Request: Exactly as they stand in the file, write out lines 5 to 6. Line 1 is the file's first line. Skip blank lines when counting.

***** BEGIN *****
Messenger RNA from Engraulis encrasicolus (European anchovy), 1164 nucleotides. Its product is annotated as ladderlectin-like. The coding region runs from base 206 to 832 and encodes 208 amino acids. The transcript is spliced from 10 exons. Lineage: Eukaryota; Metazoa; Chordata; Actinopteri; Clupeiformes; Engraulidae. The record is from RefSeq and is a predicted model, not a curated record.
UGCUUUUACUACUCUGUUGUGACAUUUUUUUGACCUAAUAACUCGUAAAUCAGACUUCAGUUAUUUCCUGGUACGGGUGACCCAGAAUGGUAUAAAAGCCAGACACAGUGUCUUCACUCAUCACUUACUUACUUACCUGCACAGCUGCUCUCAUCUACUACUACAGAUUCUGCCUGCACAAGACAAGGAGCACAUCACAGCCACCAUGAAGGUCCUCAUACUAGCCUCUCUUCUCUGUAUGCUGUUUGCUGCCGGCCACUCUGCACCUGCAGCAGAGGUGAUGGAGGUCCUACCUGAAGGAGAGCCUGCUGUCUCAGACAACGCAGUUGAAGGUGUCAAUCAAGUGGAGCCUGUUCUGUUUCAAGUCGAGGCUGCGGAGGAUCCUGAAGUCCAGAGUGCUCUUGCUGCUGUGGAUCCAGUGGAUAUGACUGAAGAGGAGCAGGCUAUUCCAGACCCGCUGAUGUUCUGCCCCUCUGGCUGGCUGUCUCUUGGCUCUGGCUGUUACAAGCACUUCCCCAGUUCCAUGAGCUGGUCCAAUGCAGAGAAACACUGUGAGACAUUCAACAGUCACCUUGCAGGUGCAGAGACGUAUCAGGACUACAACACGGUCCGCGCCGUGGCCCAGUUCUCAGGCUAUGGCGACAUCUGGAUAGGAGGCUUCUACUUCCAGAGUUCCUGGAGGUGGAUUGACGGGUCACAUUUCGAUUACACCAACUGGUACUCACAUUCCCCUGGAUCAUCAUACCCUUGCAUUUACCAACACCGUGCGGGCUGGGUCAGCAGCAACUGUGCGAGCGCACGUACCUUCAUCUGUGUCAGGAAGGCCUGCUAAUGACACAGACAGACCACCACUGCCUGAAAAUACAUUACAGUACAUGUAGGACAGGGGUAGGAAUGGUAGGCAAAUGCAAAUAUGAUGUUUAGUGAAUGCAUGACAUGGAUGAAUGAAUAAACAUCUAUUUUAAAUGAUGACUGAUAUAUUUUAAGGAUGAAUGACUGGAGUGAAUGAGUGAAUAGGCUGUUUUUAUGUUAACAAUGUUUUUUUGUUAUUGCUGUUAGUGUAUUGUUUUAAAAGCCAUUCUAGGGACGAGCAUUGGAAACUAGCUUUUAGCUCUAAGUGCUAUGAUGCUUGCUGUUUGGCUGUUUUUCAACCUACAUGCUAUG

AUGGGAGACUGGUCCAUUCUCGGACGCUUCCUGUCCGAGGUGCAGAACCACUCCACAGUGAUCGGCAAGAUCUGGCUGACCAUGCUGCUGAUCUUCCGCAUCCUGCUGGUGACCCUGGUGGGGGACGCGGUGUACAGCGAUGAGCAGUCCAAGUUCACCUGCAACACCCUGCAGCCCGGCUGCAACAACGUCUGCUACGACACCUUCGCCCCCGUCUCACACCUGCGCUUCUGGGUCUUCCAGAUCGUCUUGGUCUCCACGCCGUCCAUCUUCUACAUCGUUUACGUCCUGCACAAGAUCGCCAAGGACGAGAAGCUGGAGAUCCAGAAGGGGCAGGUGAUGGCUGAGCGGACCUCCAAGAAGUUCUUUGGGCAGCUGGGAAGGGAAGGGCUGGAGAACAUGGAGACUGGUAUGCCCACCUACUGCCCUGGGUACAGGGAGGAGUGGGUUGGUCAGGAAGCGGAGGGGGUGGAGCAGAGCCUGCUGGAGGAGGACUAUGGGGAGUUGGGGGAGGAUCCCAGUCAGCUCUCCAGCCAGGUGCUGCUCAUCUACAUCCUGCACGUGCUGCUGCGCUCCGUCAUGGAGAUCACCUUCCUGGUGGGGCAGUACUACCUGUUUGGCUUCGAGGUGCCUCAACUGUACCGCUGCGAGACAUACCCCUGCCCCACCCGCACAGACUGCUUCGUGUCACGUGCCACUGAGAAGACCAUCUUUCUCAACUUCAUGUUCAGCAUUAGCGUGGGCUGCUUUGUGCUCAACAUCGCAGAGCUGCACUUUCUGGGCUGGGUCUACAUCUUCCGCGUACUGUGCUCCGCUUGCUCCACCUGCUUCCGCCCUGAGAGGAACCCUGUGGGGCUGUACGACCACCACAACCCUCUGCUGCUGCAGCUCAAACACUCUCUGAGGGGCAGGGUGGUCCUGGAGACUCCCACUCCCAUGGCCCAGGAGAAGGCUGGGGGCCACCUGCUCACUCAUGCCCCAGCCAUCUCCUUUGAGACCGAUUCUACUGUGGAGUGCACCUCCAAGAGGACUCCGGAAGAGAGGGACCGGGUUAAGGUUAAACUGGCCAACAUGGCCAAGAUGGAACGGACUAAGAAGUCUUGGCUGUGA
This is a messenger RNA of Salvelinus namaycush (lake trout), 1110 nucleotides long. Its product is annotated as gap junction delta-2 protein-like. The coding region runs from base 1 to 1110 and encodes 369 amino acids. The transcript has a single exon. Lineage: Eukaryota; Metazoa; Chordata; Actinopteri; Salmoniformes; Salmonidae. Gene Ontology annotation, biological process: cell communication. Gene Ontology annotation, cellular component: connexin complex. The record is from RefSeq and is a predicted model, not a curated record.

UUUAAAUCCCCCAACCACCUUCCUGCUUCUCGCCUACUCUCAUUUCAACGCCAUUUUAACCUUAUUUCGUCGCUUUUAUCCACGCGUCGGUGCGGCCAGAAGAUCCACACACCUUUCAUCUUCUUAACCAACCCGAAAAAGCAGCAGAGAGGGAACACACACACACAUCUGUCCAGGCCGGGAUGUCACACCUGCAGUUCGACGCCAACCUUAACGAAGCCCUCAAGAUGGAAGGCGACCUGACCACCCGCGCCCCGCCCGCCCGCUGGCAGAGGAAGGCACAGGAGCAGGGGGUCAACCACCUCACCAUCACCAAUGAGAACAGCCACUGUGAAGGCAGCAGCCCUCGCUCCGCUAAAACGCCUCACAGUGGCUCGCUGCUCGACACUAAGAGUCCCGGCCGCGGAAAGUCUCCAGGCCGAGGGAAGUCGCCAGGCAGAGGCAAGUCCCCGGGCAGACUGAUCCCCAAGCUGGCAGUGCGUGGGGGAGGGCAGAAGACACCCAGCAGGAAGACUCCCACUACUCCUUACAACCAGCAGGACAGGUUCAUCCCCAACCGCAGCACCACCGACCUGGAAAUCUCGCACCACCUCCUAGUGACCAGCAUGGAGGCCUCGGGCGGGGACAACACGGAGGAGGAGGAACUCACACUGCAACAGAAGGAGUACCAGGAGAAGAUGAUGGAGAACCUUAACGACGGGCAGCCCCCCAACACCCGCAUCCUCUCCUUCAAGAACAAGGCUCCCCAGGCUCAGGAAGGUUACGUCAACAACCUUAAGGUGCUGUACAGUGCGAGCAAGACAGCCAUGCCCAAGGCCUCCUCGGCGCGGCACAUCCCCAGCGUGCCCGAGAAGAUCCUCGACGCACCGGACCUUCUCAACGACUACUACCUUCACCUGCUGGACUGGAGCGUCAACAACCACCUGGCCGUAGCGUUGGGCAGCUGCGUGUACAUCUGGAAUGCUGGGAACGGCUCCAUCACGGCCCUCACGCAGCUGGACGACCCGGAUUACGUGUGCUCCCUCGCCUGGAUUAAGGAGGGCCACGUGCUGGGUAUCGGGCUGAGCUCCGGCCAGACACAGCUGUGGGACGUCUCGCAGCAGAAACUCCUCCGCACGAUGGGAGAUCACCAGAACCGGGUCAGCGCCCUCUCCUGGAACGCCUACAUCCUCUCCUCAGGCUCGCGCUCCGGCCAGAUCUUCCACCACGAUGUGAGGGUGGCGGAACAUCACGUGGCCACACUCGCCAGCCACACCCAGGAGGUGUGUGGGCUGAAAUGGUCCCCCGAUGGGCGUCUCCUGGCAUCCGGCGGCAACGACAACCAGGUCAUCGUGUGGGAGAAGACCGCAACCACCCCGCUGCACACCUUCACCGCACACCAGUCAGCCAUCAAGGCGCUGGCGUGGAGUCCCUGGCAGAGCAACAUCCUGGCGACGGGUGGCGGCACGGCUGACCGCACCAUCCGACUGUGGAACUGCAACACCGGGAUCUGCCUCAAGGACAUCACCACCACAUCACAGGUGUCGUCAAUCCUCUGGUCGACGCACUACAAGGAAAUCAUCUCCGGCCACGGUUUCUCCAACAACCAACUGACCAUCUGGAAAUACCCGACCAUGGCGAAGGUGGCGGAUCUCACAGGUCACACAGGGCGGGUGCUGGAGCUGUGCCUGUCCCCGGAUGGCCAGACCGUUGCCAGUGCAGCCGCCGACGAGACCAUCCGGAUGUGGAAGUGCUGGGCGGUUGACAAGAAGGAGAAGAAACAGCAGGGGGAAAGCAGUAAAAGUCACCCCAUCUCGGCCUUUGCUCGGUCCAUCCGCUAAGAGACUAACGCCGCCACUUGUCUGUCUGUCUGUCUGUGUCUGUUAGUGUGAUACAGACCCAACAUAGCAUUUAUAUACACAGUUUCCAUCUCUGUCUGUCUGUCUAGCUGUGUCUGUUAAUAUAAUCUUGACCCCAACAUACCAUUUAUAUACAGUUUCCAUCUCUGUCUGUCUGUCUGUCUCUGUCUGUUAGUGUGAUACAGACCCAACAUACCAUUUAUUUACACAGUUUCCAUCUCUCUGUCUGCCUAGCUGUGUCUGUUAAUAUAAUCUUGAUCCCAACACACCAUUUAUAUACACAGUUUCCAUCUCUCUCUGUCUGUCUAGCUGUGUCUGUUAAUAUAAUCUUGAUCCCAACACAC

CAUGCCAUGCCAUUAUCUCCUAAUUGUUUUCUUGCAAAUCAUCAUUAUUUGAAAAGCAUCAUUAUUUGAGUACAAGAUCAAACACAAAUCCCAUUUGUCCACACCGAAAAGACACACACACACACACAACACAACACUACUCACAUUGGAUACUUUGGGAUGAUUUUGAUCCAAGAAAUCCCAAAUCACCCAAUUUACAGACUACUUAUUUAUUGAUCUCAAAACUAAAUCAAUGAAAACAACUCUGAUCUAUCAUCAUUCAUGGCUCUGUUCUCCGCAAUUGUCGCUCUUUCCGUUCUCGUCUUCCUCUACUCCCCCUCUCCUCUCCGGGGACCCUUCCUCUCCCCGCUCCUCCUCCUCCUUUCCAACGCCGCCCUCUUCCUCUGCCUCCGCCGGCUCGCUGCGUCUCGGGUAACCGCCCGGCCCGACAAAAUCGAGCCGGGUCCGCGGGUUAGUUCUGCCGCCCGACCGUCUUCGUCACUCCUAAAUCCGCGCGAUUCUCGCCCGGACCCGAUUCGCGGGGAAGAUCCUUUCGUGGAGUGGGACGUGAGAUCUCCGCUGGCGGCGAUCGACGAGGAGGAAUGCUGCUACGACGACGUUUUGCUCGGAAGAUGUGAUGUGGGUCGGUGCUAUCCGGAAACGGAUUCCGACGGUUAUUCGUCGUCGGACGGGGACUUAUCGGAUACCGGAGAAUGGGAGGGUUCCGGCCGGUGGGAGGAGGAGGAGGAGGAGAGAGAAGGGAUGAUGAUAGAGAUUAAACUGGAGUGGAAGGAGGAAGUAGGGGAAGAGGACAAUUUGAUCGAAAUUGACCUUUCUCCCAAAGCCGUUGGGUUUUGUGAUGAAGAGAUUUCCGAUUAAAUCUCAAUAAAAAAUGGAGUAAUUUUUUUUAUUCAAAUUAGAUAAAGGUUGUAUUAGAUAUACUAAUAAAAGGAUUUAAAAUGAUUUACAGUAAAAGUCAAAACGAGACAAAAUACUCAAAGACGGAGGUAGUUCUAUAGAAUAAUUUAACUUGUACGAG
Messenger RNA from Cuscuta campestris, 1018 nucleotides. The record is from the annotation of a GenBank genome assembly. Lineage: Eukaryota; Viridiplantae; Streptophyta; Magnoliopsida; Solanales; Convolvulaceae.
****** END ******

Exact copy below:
UUUAAAUCCCCCAACCACCUUCCUGCUUCUCGCCUACUCUCAUUUCAACGCCAUUUUAACCUUAUUUCGUCGCUUUUAUCCACGCGUCGGUGCGGCCAGAAGAUCCACACACCUUUCAUCUUCUUAACCAACCCGAAAAAGCAGCAGAGAGGGAACACACACACACAUCUGUCCAGGCCGGGAUGUCACACCUGCAGUUCGACGCCAACCUUAACGAAGCCCUCAAGAUGGAAGGCGACCUGACCACCCGCGCCCCGCCCGCCCGCUGGCAGAGGAAGGCACAGGAGCAGGGGGUCAACCACCUCACCAUCACCAAUGAGAACAGCCACUGUGAAGGCAGCAGCCCUCGCUCCGCUAAAACGCCUCACAGUGGCUCGCUGCUCGACACUAAGAGUCCCGGCCGCGGAAAGUCUCCAGGCCGAGGGAAGUCGCCAGGCAGAGGCAAGUCCCCGGGCAGACUGAUCCCCAAGCUGGCAGUGCGUGGGGGAGGGCAGAAGACACCCAGCAGGAAGACUCCCACUACUCCUUACAACCAGCAGGACAGGUUCAUCCCCAACCGCAGCACCACCGACCUGGAAAUCUCGCACCACCUCCUAGUGACCAGCAUGGAGGCCUCGGGCGGGGACAACACGGAGGAGGAGGAACUCACACUGCAACAGAAGGAGUACCAGGAGAAGAUGAUGGAGAACCUUAACGACGGGCAGCCCCCCAACACCCGCAUCCUCUCCUUCAAGAACAAGGCUCCCCAGGCUCAGGAAGGUUACGUCAACAACCUUAAGGUGCUGUACAGUGCGAGCAAGACAGCCAUGCCCAAGGCCUCCUCGGCGCGGCACAUCCCCAGCGUGCCCGAGAAGAUCCUCGACGCACCGGACCUUCUCAACGACUACUACCUUCACCUGCUGGACUGGAGCGUCAACAACCACCUGGCCGUAGCGUUGGGCAGCUGCGUGUACAUCUGGAAUGCUGGGAACGGCUCCAUCACGGCCCUCACGCAGCUGGACGACCCGGAUUACGUGUGCUCCCUCGCCUGGAUUAAGGAGGGCCACGUGCUGGGUAUCGGGCUGAGCUCCGGCCAGACACAGCUGUGGGACGUCUCGCAGCAGAAACUCCUCCGCACGAUGGGAGAUCACCAGAACCGGGUCAGCGCCCUCUCCUGGAACGCCUACAUCCUCUCCUCAGGCUCGCGCUCCGGCCAGAUCUUCCACCACGAUGUGAGGGUGGCGGAACAUCACGUGGCCACACUCGCCAGCCACACCCAGGAGGUGUGUGGGCUGAAAUGGUCCCCCGAUGGGCGUCUCCUGGCAUCCGGCGGCAACGACAACCAGGUCAUCGUGUGGGAGAAGACCGCAACCACCCCGCUGCACACCUUCACCGCACACCAGUCAGCCAUCAAGGCGCUGGCGUGGAGUCCCUGGCAGAGCAACAUCCUGGCGACGGGUGGCGGCACGGCUGACCGCACCAUCCGACUGUGGAACUGCAACACCGGGAUCUGCCUCAAGGACAUCACCACCACAUCACAGGUGUCGUCAAUCCUCUGGUCGACGCACUACAAGGAAAUCAUCUCCGGCCACGGUUUCUCCAACAACCAACUGACCAUCUGGAAAUACCCGACCAUGGCGAAGGUGGCGGAUCUCACAGGUCACACAGGGCGGGUGCUGGAGCUGUGCCUGUCCCCGGAUGGCCAGACCGUUGCCAGUGCAGCCGCCGACGAGACCAUCCGGAUGUGGAAGUGCUGGGCGGUUGACAAGAAGGAGAAGAAACAGCAGGGGGAAAGCAGUAAAAGUCACCCCAUCUCGGCCUUUGCUCGGUCCAUCCGCUAAGAGACUAACGCCGCCACUUGUCUGUCUGUCUGUCUGUGUCUGUUAGUGUGAUACAGACCCAACAUAGCAUUUAUAUACACAGUUUCCAUCUCUGUCUGUCUGUCUAGCUGUGUCUGUUAAUAUAAUCUUGACCCCAACAUACCAUUUAUAUACAGUUUCCAUCUCUGUCUGUCUGUCUGUCUCUGUCUGUUAGUGUGAUACAGACCCAACAUACCAUUUAUUUACACAGUUUCCAUCUCUCUGUCUGCCUAGCUGUGUCUGUUAAUAUAAUCUUGAUCCCAACACACCAUUUAUAUACACAGUUUCCAUCUCUCUCUGUCUGUCUAGCUGUGUCUGUUAAUAUAAUCUUGAUCCCAACACAC

CAUGCCAUGCCAUUAUCUCCUAAUUGUUUUCUUGCAAAUCAUCAUUAUUUGAAAAGCAUCAUUAUUUGAGUACAAGAUCAAACACAAAUCCCAUUUGUCCACACCGAAAAGACACACACACACACACAACACAACACUACUCACAUUGGAUACUUUGGGAUGAUUUUGAUCCAAGAAAUCCCAAAUCACCCAAUUUACAGACUACUUAUUUAUUGAUCUCAAAACUAAAUCAAUGAAAACAACUCUGAUCUAUCAUCAUUCAUGGCUCUGUUCUCCGCAAUUGUCGCUCUUUCCGUUCUCGUCUUCCUCUACUCCCCCUCUCCUCUCCGGGGACCCUUCCUCUCCCCGCUCCUCCUCCUCCUUUCCAACGCCGCCCUCUUCCUCUGCCUCCGCCGGCUCGCUGCGUCUCGGGUAACCGCCCGGCCCGACAAAAUCGAGCCGGGUCCGCGGGUUAGUUCUGCCGCCCGACCGUCUUCGUCACUCCUAAAUCCGCGCGAUUCUCGCCCGGACCCGAUUCGCGGGGAAGAUCCUUUCGUGGAGUGGGACGUGAGAUCUCCGCUGGCGGCGAUCGACGAGGAGGAAUGCUGCUACGACGACGUUUUGCUCGGAAGAUGUGAUGUGGGUCGGUGCUAUCCGGAAACGGAUUCCGACGGUUAUUCGUCGUCGGACGGGGACUUAUCGGAUACCGGAGAAUGGGAGGGUUCCGGCCGGUGGGAGGAGGAGGAGGAGGAGAGAGAAGGGAUGAUGAUAGAGAUUAAACUGGAGUGGAAGGAGGAAGUAGGGGAAGAGGACAAUUUGAUCGAAAUUGACCUUUCUCCCAAAGCCGUUGGGUUUUGUGAUGAAGAGAUUUCCGAUUAAAUCUCAAUAAAAAAUGGAGUAAUUUUUUUUAUUCAAAUUAGAUAAAGGUUGUAUUAGAUAUACUAAUAAAAGGAUUUAAAAUGAUUUACAGUAAAAGUCAAAACGAGACAAAAUACUCAAAGACGGAGGUAGUUCUAUAGAAUAAUUUAACUUGUACGAG